Horseracing faces losing ground in the highly competitive gambling market if the deregulatory proposals recommended by the Gambling Review Body (GRB) are implemented without measures of commensurate benefit to Racing.
In its Memorandum to the Department for Culture, Media and Sport (DCMS), the British Horseracing Board, while welcoming the recommendations for the strengthening of consumer protection, has expressed serious concern that a number of the GRB’s proposals would lead to significant deregulation and diversification of gambling, but deny Racing any opportunity to widen the distribution of its own product.
The GRB’s rejection of BHB’s recommendation that betting should be allowed in pubs and clubs, under properly controlled conditions, is particularly regretted, especially as the GRB’s view is wholly inconsistent with its proposal that alcohol should be allowed on the gaming floor in casinos. Betting in pubs would have increased consumer choice, allowed the current distribution monopoly enjoyed by the off-course betting industry to be broken, and provided the opportunity for increased revenue for Government, Racing, the punter and the betting industry.
BHB has repeated its view that consideration should be given to a proposal, also made in its evidence to the GRB last year, that certain types of small-stake, big-win horserace betting opportunities be permitted in unlicensed, retail outlets on a limited basis. Such bets would not offer the ability for rapid repeat play or the immediate chasing of losses and would therefore mitigate the GRB’s concerns arising from the mixing of gambling and alcohol.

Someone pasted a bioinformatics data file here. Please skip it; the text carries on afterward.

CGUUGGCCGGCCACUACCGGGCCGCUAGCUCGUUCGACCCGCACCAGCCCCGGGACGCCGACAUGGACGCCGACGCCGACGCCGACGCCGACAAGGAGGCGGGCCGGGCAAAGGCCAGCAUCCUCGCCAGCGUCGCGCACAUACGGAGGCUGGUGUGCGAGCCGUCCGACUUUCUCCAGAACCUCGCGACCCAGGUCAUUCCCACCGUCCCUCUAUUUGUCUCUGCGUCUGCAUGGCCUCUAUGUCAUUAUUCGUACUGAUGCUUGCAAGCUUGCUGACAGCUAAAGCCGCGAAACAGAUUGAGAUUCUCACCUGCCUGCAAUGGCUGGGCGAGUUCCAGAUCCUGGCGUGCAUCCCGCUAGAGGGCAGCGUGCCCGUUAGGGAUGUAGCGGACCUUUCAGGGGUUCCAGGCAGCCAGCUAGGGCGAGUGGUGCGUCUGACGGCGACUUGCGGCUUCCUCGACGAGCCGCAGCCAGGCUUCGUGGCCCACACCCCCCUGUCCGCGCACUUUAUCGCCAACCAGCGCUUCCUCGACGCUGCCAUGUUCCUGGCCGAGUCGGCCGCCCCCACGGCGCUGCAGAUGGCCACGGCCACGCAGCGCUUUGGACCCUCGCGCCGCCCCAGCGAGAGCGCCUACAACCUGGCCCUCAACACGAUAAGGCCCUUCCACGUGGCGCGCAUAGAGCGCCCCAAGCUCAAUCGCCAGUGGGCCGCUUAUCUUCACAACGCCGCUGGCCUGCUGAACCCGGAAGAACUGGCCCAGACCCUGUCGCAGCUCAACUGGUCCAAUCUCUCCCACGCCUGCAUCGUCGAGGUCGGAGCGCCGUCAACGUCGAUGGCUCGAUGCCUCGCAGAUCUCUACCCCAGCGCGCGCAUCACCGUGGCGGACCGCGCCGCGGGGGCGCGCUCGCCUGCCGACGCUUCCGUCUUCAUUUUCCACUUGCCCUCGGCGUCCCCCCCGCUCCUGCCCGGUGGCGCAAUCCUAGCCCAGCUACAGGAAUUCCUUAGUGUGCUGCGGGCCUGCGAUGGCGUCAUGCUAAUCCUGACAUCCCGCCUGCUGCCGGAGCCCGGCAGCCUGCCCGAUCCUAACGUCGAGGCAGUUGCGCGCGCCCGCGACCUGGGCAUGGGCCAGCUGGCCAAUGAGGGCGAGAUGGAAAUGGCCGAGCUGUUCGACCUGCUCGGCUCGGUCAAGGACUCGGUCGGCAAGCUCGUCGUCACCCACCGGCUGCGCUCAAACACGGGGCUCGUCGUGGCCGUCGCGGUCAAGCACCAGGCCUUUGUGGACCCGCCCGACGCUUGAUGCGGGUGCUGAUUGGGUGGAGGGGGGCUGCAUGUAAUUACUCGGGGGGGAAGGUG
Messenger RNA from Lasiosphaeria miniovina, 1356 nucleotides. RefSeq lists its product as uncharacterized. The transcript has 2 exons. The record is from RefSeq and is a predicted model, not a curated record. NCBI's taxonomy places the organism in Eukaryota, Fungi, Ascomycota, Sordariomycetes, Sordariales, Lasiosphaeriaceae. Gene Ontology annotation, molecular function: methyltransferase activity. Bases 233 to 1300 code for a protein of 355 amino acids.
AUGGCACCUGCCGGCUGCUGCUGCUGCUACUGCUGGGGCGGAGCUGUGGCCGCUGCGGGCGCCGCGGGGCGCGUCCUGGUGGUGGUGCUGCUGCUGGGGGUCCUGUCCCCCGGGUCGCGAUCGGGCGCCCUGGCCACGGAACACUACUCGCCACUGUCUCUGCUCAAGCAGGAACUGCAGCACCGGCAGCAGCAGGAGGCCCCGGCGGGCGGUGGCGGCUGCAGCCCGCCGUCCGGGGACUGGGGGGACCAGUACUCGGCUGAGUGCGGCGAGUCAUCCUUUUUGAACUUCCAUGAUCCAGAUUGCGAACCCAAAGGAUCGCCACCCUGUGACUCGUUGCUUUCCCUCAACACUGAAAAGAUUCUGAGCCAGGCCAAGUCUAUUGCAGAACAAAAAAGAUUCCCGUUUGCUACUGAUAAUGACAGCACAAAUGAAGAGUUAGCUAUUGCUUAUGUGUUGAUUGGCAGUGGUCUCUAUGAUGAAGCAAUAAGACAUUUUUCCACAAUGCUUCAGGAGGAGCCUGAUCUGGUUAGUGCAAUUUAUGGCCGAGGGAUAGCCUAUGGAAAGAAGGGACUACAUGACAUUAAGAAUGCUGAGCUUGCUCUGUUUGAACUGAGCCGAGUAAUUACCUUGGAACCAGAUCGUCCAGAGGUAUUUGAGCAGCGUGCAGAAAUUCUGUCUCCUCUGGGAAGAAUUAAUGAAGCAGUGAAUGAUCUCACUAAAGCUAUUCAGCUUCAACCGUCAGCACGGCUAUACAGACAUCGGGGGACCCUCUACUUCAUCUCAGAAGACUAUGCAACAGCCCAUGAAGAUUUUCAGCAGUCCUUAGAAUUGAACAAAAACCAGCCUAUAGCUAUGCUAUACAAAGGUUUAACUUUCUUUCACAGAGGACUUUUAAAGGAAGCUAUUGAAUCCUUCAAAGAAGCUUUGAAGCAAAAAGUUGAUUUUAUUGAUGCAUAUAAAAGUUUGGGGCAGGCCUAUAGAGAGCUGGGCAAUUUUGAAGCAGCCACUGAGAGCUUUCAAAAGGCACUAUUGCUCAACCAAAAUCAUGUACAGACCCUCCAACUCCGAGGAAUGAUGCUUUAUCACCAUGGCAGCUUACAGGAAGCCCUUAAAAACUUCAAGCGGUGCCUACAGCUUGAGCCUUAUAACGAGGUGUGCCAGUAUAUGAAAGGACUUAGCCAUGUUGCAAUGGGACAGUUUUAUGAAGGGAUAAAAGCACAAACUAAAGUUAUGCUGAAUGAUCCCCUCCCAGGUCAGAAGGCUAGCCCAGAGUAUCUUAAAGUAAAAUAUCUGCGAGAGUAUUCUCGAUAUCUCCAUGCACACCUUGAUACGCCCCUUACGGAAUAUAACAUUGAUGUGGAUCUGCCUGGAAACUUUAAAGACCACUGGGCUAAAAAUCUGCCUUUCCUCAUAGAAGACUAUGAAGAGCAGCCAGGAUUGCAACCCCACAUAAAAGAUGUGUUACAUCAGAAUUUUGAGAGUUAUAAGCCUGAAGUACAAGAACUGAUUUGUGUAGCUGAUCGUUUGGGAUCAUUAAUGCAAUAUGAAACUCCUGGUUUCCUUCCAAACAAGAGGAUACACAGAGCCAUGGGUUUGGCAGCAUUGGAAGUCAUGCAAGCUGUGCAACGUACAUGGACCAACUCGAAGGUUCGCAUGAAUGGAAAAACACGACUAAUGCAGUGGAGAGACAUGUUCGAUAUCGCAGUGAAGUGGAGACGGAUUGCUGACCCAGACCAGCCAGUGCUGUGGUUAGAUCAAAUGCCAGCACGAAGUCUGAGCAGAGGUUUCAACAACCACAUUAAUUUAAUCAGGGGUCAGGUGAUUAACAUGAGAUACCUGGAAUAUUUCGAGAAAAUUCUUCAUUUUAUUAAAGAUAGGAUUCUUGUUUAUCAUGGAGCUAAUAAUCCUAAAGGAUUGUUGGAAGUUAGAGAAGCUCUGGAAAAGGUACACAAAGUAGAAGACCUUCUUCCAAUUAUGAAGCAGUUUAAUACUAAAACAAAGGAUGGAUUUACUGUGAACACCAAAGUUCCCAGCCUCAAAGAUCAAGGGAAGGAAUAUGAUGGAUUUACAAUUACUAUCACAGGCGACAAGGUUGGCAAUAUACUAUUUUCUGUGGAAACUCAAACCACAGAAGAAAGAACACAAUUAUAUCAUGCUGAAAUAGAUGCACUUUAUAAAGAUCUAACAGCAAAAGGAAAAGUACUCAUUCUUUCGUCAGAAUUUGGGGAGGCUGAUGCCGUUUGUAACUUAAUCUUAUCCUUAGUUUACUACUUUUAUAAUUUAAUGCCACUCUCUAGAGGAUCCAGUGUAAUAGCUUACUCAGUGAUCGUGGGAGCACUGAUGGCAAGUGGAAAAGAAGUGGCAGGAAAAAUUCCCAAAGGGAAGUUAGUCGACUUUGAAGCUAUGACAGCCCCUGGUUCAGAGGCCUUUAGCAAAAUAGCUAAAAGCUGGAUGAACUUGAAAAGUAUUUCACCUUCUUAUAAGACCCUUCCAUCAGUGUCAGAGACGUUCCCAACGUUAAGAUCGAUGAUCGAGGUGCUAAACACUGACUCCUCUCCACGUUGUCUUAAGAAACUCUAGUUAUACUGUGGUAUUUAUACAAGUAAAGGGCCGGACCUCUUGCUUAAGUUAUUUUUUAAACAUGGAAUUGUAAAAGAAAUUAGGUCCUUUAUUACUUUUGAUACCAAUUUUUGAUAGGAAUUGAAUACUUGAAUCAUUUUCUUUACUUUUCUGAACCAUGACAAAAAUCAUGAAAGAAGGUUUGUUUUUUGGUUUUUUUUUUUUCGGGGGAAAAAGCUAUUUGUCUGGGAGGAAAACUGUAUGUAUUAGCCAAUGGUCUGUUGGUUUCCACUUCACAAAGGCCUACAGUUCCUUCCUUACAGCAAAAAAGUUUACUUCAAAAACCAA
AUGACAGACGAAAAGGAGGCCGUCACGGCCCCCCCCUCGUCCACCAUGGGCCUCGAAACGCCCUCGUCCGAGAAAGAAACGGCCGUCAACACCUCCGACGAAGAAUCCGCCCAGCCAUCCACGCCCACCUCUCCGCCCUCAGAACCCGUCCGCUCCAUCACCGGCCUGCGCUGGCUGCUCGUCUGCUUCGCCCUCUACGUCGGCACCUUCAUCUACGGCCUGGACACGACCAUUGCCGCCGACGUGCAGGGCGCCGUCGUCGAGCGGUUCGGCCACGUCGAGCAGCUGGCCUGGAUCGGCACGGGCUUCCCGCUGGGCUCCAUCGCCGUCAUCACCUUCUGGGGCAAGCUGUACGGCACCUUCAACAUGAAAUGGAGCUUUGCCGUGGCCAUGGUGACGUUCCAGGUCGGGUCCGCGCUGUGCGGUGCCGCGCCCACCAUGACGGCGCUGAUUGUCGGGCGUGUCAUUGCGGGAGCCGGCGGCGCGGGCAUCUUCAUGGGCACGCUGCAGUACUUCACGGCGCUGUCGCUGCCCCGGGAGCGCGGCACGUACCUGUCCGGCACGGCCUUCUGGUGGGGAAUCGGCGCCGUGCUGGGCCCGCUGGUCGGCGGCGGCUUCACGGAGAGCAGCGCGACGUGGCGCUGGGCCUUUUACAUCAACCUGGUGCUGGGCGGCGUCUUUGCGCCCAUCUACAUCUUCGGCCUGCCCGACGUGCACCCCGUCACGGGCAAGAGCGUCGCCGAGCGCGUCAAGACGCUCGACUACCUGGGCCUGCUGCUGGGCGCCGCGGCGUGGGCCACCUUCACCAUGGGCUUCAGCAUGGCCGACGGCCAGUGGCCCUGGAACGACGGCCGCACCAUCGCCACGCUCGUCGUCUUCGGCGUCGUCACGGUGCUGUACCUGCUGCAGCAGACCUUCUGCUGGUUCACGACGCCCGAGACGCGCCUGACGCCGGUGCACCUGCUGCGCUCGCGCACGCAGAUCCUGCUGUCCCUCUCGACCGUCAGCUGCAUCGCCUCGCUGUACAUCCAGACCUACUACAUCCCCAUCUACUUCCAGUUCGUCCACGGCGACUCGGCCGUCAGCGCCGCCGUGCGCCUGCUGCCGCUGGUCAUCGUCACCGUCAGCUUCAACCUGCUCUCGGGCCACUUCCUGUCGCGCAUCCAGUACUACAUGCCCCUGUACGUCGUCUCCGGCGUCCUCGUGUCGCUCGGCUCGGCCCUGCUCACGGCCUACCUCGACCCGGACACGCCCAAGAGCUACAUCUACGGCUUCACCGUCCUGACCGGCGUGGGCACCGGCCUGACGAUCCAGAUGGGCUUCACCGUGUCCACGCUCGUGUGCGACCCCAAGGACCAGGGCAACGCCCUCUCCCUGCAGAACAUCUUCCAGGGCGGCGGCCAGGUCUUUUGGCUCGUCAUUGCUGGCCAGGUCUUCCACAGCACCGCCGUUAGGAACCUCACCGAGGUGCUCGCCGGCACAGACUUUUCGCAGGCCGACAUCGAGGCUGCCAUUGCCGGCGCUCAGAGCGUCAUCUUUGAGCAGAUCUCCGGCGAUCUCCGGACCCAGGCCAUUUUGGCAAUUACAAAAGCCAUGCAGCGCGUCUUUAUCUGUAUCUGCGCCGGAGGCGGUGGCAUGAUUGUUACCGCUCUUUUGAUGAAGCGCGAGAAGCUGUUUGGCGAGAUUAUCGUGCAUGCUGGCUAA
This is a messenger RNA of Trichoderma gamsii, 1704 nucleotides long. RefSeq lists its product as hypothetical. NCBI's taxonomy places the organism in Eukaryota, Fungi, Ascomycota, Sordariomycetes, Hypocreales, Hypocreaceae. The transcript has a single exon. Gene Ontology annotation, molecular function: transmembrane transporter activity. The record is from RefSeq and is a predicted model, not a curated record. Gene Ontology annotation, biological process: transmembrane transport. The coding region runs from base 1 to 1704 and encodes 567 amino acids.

In the Memorandum, BHB has opposed:
betting on the UK National Lottery
the introduction of jackpot machines into betting offices
the proposal that there be no universally-permitted core opening hours for licensed betting offices
BHB has also called on Government to give consideration to:
amending the legislation which currently permits terrestrial television coverage of racing to be shown in betting offices without payment to the provider of the racing product
tighter regulation and control of person-to-person betting exchanges
Government has also been asked by BHB to modify:
the GRB’s recommendation that the operator of a racecourse or point to point should have to obtain both a certificate from the Gambling Commission and a premises licence from the local authority
the arrangements proposed by the GRB, under which racecourses, whose greater use particularly on non-race days BHB fully supports, would be permitted to offer a wider range of gambling facilities.
BHB Secretary-General Tristram Ricketts said today: “Racing is not afraid of competition, but it must be allowed to compete on a level playing field. The GRB recommends significant deregulation for all categories of gambling, notably casinos but also bingo, gaming machines and society lotteries, as well as for betting generally, but without commensurate benefits for betting on horseracing.
“We welcome many of the GRB’s recommendations which, particularly in the area of punter protection, are in line with our own proposals. However, domestic and overseas experience has shown that growth in other forms of gambling has a very negative impact on horserace betting, which, of all gambling media, supports the largest workforce. We look to Government to take both a balanced view of the gambling market and careful note of the concerns which we, and no doubt others, are expressing.”
A copy of the Executive Summary of BHB’s Memorandum to DCMS is attached. The full submission can be found here on BHB’s website at www.bhb.co.uk (see “”The BHB”” and “”BHB Reports””), as can BHB’s written evidence to the GRB in 2000.